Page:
The same rules apply to apps. With 300 apps added to the App Store each day, it's all the more important to tap into resources like Common Sense Media or the Entertainment Software Ratings Board, which offers a free ratings app that tell parents if an app shares a user's personal information, tracks location or lets players interact with each other. Yes, there's an app for that!

4. What's not covered?
While COPPA covers a wide range of services, it doesn't cover everything.

You may be surprised to know that COPPA doesn't extend to many of the online services that are popular with young kids such as YouTube, Facebook and Twitter because they're not "directed" at kids. Even when some require that users be over 13, many kids still access their services using a fake DOB. An estimated 7.5 million kids under 13, for example, have Facebook accounts. Online contests, non-profit groups and Ask-The-Author sites are also exempt. The rules requiring parental consent only kick-in if the company knows that the person on the other end is a child under 13.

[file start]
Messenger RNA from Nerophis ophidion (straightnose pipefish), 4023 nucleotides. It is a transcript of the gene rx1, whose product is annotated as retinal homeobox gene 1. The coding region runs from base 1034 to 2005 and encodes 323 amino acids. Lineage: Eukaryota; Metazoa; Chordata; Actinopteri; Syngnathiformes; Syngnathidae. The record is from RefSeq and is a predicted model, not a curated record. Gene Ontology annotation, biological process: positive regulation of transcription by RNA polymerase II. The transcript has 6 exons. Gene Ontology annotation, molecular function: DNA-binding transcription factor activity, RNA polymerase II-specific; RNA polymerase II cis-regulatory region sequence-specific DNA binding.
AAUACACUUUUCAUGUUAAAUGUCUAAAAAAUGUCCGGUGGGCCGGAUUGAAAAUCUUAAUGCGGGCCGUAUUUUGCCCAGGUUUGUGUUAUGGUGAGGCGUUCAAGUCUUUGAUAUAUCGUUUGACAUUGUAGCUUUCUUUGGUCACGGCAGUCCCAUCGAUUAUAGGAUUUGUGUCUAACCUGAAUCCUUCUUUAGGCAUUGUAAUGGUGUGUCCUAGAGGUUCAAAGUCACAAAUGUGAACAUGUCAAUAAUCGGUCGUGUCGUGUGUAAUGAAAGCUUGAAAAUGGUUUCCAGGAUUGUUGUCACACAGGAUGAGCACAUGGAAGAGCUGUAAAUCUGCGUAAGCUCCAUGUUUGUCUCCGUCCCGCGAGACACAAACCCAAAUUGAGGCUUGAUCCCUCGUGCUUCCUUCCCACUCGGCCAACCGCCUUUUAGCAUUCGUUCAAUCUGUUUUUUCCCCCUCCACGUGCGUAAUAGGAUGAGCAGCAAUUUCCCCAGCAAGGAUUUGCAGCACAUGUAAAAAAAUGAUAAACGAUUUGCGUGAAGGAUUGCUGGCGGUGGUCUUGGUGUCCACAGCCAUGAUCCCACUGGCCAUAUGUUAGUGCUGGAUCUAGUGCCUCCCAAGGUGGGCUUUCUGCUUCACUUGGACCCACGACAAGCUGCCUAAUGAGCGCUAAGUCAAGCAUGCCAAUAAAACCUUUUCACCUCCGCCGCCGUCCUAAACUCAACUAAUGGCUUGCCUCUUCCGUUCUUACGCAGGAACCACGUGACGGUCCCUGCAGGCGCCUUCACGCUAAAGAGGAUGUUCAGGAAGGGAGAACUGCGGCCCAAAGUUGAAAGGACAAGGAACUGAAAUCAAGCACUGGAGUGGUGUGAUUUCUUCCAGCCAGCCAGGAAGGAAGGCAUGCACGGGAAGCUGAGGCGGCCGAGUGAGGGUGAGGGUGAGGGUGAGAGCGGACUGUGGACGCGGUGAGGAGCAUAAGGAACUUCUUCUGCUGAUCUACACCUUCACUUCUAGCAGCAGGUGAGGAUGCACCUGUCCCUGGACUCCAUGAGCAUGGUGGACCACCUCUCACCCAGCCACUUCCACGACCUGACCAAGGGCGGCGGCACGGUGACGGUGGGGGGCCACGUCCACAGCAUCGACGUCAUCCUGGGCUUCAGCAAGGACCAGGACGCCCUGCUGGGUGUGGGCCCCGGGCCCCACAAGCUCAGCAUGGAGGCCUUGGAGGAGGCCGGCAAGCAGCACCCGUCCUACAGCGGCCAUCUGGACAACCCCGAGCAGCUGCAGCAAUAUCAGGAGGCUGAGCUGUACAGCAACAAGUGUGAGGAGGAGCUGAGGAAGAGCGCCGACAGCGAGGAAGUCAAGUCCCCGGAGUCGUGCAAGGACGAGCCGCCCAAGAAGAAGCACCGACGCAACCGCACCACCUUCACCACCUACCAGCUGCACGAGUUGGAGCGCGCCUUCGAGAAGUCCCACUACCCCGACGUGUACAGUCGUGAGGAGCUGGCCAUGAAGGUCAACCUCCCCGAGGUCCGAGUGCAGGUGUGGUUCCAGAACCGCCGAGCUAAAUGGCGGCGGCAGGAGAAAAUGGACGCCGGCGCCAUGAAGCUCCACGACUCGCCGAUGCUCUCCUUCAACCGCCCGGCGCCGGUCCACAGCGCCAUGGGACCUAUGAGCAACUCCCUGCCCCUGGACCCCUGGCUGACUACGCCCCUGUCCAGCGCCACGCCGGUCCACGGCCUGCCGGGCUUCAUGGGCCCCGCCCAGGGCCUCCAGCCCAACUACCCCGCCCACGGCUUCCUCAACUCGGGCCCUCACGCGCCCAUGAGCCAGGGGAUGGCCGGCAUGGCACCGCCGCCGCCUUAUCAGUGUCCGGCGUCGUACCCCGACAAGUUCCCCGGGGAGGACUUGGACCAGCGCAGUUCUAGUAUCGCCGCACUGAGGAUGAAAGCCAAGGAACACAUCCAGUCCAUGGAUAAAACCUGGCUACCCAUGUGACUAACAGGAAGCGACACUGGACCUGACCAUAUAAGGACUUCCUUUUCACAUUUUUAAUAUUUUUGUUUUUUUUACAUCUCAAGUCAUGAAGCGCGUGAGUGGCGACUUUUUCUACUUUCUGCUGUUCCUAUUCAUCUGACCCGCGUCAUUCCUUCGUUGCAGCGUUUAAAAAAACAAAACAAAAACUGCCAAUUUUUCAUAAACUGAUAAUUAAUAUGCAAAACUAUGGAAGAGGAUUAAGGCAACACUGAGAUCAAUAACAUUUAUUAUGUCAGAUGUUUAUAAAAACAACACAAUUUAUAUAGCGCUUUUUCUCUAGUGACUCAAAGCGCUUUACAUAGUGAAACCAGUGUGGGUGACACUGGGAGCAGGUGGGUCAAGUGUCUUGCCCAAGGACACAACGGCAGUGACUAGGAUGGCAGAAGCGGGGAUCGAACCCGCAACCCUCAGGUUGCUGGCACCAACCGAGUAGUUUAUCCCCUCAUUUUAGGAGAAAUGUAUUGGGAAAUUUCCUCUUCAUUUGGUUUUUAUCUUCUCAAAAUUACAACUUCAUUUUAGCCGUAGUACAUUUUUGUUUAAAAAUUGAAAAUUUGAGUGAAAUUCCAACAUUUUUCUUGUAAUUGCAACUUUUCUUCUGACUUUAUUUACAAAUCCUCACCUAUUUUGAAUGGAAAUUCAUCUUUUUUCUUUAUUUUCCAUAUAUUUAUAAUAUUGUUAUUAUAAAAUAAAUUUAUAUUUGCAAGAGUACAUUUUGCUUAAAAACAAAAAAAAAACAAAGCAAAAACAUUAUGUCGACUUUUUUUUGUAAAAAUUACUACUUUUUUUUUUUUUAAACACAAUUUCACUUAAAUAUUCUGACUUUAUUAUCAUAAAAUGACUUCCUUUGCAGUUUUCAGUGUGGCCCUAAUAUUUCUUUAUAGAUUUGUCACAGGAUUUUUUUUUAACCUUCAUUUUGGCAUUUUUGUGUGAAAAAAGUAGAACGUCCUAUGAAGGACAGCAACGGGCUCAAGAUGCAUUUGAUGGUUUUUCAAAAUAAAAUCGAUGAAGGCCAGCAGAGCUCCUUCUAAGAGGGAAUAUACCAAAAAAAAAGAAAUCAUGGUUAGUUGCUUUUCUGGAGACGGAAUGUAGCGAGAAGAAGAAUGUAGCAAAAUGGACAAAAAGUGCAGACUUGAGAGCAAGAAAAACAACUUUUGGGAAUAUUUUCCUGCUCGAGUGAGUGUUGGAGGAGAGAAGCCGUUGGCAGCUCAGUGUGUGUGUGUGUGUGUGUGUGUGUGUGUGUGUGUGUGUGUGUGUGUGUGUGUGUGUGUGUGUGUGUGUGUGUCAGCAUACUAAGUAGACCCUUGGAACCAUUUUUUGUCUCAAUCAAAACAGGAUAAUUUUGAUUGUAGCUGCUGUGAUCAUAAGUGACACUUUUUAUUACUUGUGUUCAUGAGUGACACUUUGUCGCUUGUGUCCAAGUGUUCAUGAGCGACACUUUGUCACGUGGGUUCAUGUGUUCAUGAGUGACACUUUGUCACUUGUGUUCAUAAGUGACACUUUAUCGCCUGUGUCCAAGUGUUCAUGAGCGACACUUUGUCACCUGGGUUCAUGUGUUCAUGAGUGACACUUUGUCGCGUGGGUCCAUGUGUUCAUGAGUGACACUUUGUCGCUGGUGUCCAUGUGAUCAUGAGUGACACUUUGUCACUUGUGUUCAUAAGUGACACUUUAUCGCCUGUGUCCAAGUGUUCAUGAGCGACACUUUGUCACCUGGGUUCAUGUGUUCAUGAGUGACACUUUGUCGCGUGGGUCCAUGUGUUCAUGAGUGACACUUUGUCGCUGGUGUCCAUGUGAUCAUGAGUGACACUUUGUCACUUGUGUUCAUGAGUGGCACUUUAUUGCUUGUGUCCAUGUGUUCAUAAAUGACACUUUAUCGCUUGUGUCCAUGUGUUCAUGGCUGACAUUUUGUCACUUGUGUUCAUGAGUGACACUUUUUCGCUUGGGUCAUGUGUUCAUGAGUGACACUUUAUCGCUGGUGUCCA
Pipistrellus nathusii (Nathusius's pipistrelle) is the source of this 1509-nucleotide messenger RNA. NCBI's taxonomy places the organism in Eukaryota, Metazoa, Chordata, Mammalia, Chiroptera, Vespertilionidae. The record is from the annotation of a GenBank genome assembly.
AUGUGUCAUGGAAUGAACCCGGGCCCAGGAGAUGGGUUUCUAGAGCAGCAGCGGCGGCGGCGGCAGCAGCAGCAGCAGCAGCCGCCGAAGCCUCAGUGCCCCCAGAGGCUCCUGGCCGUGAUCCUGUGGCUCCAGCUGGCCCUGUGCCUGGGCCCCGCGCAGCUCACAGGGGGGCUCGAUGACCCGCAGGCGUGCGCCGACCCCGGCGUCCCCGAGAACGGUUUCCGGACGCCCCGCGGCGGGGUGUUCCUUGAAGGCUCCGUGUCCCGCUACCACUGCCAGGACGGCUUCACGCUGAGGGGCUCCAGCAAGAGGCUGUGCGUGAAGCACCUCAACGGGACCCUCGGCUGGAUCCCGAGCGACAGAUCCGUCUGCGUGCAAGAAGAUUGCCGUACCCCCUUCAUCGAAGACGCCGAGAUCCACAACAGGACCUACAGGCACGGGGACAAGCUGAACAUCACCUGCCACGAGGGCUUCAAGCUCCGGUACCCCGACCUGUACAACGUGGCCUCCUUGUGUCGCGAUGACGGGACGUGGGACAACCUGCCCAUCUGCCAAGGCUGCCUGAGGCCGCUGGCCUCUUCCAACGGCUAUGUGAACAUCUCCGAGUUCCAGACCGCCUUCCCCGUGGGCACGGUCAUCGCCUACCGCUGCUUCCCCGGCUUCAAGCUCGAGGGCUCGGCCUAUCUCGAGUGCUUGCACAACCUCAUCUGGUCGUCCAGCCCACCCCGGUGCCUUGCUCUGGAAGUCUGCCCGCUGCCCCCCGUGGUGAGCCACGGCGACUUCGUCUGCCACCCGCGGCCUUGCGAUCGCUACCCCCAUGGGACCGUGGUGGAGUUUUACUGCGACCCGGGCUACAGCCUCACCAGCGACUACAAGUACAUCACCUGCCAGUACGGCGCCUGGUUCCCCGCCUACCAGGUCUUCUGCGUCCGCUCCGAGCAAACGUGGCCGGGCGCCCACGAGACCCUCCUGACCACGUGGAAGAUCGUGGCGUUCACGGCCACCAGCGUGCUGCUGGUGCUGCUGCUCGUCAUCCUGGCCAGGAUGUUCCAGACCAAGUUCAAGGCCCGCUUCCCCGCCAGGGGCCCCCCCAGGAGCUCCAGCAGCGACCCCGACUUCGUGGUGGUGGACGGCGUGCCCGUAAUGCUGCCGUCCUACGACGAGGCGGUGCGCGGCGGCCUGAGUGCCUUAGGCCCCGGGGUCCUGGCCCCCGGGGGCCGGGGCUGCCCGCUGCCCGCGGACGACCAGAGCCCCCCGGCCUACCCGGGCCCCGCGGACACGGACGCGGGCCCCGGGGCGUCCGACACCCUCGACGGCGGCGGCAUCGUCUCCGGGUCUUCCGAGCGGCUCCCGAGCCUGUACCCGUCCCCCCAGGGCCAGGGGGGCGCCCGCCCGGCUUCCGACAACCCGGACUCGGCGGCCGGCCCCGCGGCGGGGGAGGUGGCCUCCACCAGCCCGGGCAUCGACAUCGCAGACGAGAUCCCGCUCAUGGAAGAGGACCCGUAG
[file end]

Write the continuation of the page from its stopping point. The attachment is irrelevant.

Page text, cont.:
5. So what's a concerned parent to do?

Talk to your kids. "Help your kids understand what constitutes personal information and know to never share full name, location, school, or any personal details online (Internet, apps, games)," advises MacIntyre. Since COPPA doesn't apply when kids lie about their age or find other workarounds, it's important that kids understand the importance of privacy.

From play to learning and beyond -- our children's world is digital. The new COPPA enhancements provide an important safety net for parents and clear guidelines for interactive companies. However, the reality is that raising digitally savvy kids starts at home -- one conversation at a time.